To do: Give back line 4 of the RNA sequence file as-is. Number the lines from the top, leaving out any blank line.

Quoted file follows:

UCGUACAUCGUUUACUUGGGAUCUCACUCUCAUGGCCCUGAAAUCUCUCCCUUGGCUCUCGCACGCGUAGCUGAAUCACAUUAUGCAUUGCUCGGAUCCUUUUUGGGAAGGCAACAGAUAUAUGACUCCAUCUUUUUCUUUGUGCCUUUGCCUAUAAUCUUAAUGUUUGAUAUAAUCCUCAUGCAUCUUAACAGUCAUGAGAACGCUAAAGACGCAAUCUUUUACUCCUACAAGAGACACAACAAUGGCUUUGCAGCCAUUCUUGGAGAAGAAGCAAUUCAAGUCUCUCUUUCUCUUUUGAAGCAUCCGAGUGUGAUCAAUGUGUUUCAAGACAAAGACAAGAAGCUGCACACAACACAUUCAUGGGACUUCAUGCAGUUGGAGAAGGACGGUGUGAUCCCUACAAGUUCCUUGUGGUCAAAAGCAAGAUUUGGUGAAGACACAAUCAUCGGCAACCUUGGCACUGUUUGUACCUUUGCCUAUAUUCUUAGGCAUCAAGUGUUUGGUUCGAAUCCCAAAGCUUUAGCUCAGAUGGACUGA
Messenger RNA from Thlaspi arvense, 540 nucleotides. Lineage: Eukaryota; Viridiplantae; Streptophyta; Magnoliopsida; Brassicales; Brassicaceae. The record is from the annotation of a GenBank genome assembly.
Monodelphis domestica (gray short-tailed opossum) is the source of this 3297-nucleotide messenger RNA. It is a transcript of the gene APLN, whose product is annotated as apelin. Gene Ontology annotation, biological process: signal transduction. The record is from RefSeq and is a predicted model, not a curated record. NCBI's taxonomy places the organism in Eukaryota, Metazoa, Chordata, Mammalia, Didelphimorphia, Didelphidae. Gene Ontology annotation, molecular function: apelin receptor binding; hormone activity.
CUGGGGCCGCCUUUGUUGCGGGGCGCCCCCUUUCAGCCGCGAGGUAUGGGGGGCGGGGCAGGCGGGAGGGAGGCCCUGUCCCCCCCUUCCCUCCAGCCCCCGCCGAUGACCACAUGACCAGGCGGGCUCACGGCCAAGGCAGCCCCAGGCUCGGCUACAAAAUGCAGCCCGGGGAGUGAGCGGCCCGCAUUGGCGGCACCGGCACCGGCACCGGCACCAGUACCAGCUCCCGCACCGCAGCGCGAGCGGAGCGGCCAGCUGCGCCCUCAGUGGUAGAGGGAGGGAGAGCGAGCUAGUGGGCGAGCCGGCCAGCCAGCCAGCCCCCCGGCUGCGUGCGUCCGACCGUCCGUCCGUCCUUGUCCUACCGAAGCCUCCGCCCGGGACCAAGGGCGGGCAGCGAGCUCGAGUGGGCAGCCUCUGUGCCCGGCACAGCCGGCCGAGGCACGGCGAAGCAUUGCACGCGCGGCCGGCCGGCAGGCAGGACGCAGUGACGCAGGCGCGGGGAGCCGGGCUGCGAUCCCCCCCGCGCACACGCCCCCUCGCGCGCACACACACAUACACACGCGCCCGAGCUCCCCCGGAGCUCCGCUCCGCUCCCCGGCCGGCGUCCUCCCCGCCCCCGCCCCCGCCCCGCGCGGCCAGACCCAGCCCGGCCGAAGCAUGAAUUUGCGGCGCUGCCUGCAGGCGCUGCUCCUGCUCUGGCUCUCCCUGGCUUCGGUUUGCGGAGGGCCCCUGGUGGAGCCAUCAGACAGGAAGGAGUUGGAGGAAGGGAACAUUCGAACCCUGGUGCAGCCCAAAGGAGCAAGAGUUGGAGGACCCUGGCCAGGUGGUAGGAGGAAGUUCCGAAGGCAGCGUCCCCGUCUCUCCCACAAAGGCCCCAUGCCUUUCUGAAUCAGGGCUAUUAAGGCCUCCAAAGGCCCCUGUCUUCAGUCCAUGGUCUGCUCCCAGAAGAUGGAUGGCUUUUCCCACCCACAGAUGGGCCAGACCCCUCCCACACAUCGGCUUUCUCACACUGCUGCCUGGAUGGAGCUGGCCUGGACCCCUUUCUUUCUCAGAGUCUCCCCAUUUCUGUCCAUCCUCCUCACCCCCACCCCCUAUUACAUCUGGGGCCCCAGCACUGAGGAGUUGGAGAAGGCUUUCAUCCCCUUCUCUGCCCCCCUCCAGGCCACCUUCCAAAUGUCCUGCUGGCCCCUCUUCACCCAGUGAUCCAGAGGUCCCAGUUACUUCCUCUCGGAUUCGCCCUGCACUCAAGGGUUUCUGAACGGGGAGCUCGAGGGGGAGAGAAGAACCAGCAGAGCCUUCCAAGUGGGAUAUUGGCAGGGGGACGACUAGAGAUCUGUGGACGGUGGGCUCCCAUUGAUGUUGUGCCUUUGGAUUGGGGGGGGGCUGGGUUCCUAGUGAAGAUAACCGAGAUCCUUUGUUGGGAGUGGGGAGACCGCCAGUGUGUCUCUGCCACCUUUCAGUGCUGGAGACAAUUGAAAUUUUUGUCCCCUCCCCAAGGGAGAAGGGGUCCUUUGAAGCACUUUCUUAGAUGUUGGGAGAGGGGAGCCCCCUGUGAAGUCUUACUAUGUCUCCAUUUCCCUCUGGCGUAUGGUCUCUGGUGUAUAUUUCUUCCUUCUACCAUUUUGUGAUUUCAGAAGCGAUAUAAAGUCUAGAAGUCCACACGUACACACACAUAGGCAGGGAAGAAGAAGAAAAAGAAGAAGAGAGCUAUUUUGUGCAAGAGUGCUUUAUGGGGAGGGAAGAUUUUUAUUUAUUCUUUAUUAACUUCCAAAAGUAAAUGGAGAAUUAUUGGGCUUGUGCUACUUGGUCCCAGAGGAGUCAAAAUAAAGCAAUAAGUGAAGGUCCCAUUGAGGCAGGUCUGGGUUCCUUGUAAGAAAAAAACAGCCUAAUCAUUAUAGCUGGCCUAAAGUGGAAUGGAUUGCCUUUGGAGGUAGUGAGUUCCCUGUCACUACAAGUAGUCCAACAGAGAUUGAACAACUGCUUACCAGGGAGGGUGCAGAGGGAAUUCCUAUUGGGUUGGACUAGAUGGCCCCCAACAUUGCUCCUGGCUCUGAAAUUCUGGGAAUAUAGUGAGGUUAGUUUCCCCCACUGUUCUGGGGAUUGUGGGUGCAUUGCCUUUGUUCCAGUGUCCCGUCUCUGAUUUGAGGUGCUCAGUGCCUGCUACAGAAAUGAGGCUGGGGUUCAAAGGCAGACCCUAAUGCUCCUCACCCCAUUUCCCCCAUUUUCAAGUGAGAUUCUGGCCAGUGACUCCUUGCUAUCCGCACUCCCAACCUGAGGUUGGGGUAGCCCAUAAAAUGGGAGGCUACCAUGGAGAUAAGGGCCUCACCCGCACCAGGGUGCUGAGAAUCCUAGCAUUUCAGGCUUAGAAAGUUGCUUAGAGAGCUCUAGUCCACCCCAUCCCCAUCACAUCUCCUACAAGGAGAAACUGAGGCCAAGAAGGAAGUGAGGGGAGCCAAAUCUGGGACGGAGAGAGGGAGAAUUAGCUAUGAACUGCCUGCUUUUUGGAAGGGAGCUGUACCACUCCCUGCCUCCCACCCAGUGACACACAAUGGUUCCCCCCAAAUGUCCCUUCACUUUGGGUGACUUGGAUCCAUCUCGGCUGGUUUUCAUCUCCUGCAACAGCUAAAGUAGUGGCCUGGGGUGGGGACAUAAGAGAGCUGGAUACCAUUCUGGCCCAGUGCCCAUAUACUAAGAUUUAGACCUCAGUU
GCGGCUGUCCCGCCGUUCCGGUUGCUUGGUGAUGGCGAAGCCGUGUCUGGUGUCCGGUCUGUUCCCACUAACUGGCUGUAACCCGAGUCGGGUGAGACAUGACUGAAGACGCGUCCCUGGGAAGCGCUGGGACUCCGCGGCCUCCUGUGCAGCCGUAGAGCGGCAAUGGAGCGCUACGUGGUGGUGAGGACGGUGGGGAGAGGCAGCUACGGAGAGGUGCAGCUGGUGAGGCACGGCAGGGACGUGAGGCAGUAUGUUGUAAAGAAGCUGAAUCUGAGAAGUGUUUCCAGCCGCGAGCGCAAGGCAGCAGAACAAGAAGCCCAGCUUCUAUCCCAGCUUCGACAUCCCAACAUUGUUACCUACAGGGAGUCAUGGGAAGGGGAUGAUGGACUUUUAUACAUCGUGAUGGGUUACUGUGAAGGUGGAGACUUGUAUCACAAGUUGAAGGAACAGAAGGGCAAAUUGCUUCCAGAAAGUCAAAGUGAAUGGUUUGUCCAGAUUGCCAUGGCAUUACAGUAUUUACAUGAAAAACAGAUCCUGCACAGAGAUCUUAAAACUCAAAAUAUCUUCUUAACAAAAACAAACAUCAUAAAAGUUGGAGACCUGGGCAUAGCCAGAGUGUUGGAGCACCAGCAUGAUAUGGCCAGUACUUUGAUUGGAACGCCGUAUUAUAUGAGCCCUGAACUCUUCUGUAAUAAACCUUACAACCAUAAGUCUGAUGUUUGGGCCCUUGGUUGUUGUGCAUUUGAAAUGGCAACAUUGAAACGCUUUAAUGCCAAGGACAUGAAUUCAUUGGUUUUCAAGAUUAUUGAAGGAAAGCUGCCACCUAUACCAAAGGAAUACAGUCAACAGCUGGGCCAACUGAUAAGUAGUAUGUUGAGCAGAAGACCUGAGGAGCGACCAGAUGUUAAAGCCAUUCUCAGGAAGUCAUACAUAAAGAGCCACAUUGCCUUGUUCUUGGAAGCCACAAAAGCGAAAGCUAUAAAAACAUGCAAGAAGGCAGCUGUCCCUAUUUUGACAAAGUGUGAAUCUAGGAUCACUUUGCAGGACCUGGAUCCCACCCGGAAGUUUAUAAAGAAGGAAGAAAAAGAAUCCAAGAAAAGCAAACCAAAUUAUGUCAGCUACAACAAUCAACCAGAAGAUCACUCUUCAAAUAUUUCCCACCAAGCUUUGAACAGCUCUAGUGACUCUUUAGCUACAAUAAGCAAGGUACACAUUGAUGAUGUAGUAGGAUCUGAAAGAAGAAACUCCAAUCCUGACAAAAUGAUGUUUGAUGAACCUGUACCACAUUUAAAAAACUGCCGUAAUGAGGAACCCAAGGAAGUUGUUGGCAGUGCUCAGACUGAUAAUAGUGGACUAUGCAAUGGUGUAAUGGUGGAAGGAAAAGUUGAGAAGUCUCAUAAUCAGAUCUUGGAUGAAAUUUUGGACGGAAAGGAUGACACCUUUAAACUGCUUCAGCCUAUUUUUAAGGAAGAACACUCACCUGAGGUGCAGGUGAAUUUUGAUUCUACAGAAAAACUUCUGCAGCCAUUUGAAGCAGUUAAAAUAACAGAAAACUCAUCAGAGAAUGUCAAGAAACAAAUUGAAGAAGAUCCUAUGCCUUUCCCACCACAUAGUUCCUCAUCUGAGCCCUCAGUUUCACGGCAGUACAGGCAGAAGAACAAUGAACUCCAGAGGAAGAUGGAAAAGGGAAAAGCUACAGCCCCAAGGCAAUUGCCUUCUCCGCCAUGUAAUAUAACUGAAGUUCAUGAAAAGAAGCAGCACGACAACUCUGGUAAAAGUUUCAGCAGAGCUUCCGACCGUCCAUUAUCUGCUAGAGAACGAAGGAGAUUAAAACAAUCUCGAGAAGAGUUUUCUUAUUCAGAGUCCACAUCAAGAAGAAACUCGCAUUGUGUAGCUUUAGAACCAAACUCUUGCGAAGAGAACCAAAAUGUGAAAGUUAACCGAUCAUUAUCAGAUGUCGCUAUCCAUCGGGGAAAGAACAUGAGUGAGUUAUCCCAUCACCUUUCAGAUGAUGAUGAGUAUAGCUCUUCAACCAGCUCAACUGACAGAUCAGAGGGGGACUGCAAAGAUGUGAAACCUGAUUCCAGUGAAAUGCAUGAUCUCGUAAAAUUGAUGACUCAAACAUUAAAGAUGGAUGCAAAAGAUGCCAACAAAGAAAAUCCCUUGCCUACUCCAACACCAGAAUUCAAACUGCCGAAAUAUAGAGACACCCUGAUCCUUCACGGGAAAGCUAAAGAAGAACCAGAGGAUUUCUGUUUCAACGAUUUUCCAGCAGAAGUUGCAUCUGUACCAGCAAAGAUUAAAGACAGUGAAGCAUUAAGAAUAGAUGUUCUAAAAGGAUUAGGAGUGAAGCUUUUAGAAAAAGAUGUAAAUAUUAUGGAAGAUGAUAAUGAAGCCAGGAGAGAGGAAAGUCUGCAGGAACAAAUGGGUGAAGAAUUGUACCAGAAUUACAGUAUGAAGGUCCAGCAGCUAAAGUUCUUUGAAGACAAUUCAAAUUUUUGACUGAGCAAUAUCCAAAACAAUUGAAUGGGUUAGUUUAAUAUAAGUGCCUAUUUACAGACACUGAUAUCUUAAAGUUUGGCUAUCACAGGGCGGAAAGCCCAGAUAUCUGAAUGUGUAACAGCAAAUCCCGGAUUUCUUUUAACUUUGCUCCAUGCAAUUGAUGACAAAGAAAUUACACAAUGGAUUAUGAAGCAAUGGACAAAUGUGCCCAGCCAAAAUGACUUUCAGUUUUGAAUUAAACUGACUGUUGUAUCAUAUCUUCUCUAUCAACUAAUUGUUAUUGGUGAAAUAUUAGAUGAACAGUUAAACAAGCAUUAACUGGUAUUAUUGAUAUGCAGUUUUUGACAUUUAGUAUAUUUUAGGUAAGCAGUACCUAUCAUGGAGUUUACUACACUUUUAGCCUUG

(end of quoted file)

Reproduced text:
CUGGGGCCGCCUUUGUUGCGGGGCGCCCCCUUUCAGCCGCGAGGUAUGGGGGGCGGGGCAGGCGGGAGGGAGGCCCUGUCCCCCCCUUCCCUCCAGCCCCCGCCGAUGACCACAUGACCAGGCGGGCUCACGGCCAAGGCAGCCCCAGGCUCGGCUACAAAAUGCAGCCCGGGGAGUGAGCGGCCCGCAUUGGCGGCACCGGCACCGGCACCGGCACCAGUACCAGCUCCCGCACCGCAGCGCGAGCGGAGCGGCCAGCUGCGCCCUCAGUGGUAGAGGGAGGGAGAGCGAGCUAGUGGGCGAGCCGGCCAGCCAGCCAGCCCCCCGGCUGCGUGCGUCCGACCGUCCGUCCGUCCUUGUCCUACCGAAGCCUCCGCCCGGGACCAAGGGCGGGCAGCGAGCUCGAGUGGGCAGCCUCUGUGCCCGGCACAGCCGGCCGAGGCACGGCGAAGCAUUGCACGCGCGGCCGGCCGGCAGGCAGGACGCAGUGACGCAGGCGCGGGGAGCCGGGCUGCGAUCCCCCCCGCGCACACGCCCCCUCGCGCGCACACACACAUACACACGCGCCCGAGCUCCCCCGGAGCUCCGCUCCGCUCCCCGGCCGGCGUCCUCCCCGCCCCCGCCCCCGCCCCGCGCGGCCAGACCCAGCCCGGCCGAAGCAUGAAUUUGCGGCGCUGCCUGCAGGCGCUGCUCCUGCUCUGGCUCUCCCUGGCUUCGGUUUGCGGAGGGCCCCUGGUGGAGCCAUCAGACAGGAAGGAGUUGGAGGAAGGGAACAUUCGAACCCUGGUGCAGCCCAAAGGAGCAAGAGUUGGAGGACCCUGGCCAGGUGGUAGGAGGAAGUUCCGAAGGCAGCGUCCCCGUCUCUCCCACAAAGGCCCCAUGCCUUUCUGAAUCAGGGCUAUUAAGGCCUCCAAAGGCCCCUGUCUUCAGUCCAUGGUCUGCUCCCAGAAGAUGGAUGGCUUUUCCCACCCACAGAUGGGCCAGACCCCUCCCACACAUCGGCUUUCUCACACUGCUGCCUGGAUGGAGCUGGCCUGGACCCCUUUCUUUCUCAGAGUCUCCCCAUUUCUGUCCAUCCUCCUCACCCCCACCCCCUAUUACAUCUGGGGCCCCAGCACUGAGGAGUUGGAGAAGGCUUUCAUCCCCUUCUCUGCCCCCCUCCAGGCCACCUUCCAAAUGUCCUGCUGGCCCCUCUUCACCCAGUGAUCCAGAGGUCCCAGUUACUUCCUCUCGGAUUCGCCCUGCACUCAAGGGUUUCUGAACGGGGAGCUCGAGGGGGAGAGAAGAACCAGCAGAGCCUUCCAAGUGGGAUAUUGGCAGGGGGACGACUAGAGAUCUGUGGACGGUGGGCUCCCAUUGAUGUUGUGCCUUUGGAUUGGGGGGGGGCUGGGUUCCUAGUGAAGAUAACCGAGAUCCUUUGUUGGGAGUGGGGAGACCGCCAGUGUGUCUCUGCCACCUUUCAGUGCUGGAGACAAUUGAAAUUUUUGUCCCCUCCCCAAGGGAGAAGGGGUCCUUUGAAGCACUUUCUUAGAUGUUGGGAGAGGGGAGCCCCCUGUGAAGUCUUACUAUGUCUCCAUUUCCCUCUGGCGUAUGGUCUCUGGUGUAUAUUUCUUCCUUCUACCAUUUUGUGAUUUCAGAAGCGAUAUAAAGUCUAGAAGUCCACACGUACACACACAUAGGCAGGGAAGAAGAAGAAAAAGAAGAAGAGAGCUAUUUUGUGCAAGAGUGCUUUAUGGGGAGGGAAGAUUUUUAUUUAUUCUUUAUUAACUUCCAAAAGUAAAUGGAGAAUUAUUGGGCUUGUGCUACUUGGUCCCAGAGGAGUCAAAAUAAAGCAAUAAGUGAAGGUCCCAUUGAGGCAGGUCUGGGUUCCUUGUAAGAAAAAAACAGCCUAAUCAUUAUAGCUGGCCUAAAGUGGAAUGGAUUGCCUUUGGAGGUAGUGAGUUCCCUGUCACUACAAGUAGUCCAACAGAGAUUGAACAACUGCUUACCAGGGAGGGUGCAGAGGGAAUUCCUAUUGGGUUGGACUAGAUGGCCCCCAACAUUGCUCCUGGCUCUGAAAUUCUGGGAAUAUAGUGAGGUUAGUUUCCCCCACUGUUCUGGGGAUUGUGGGUGCAUUGCCUUUGUUCCAGUGUCCCGUCUCUGAUUUGAGGUGCUCAGUGCCUGCUACAGAAAUGAGGCUGGGGUUCAAAGGCAGACCCUAAUGCUCCUCACCCCAUUUCCCCCAUUUUCAAGUGAGAUUCUGGCCAGUGACUCCUUGCUAUCCGCACUCCCAACCUGAGGUUGGGGUAGCCCAUAAAAUGGGAGGCUACCAUGGAGAUAAGGGCCUCACCCGCACCAGGGUGCUGAGAAUCCUAGCAUUUCAGGCUUAGAAAGUUGCUUAGAGAGCUCUAGUCCACCCCAUCCCCAUCACAUCUCCUACAAGGAGAAACUGAGGCCAAGAAGGAAGUGAGGGGAGCCAAAUCUGGGACGGAGAGAGGGAGAAUUAGCUAUGAACUGCCUGCUUUUUGGAAGGGAGCUGUACCACUCCCUGCCUCCCACCCAGUGACACACAAUGGUUCCCCCCAAAUGUCCCUUCACUUUGGGUGACUUGGAUCCAUCUCGGCUGGUUUUCAUCUCCUGCAACAGCUAAAGUAGUGGCCUGGGGUGGGGACAUAAGAGAGCUGGAUACCAUUCUGGCCCAGUGCCCAUAUACUAAGAUUUAGACCUCAGUU